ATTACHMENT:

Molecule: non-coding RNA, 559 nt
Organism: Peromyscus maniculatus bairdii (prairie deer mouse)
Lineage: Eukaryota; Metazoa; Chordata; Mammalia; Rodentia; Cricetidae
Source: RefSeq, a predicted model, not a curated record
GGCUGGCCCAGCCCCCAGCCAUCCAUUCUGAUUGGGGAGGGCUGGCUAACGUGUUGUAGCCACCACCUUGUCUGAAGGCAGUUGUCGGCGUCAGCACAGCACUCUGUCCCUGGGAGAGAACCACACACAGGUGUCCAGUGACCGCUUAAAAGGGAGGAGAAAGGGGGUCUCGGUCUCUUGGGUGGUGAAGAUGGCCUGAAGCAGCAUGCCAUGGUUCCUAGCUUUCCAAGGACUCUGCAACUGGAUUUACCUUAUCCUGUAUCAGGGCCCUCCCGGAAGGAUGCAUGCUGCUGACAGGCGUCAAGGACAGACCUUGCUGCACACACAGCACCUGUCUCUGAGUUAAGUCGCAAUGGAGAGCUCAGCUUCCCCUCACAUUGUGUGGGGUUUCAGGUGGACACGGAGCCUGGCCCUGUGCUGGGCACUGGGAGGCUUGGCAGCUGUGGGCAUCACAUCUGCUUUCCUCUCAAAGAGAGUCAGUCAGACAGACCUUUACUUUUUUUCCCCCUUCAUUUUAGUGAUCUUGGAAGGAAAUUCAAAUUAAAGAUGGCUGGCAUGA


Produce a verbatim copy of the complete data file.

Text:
Molecule: non-coding RNA, 559 nt
Organism: Peromyscus maniculatus bairdii (prairie deer mouse)
Lineage: Eukaryota; Metazoa; Chordata; Mammalia; Rodentia; Cricetidae
Source: RefSeq, a predicted model, not a curated record
GGCUGGCCCAGCCCCCAGCCAUCCAUUCUGAUUGGGGAGGGCUGGCUAACGUGUUGUAGCCACCACCUUGUCUGAAGGCAGUUGUCGGCGUCAGCACAGCACUCUGUCCCUGGGAGAGAACCACACACAGGUGUCCAGUGACCGCUUAAAAGGGAGGAGAAAGGGGGUCUCGGUCUCUUGGGUGGUGAAGAUGGCCUGAAGCAGCAUGCCAUGGUUCCUAGCUUUCCAAGGACUCUGCAACUGGAUUUACCUUAUCCUGUAUCAGGGCCCUCCCGGAAGGAUGCAUGCUGCUGACAGGCGUCAAGGACAGACCUUGCUGCACACACAGCACCUGUCUCUGAGUUAAGUCGCAAUGGAGAGCUCAGCUUCCCCUCACAUUGUGUGGGGUUUCAGGUGGACACGGAGCCUGGCCCUGUGCUGGGCACUGGGAGGCUUGGCAGCUGUGGGCAUCACAUCUGCUUUCCUCUCAAAGAGAGUCAGUCAGACAGACCUUUACUUUUUUUCCCCCUUCAUUUUAGUGAUCUUGGAAGGAAAUUCAAAUUAAAGAUGGCUGGCAUGA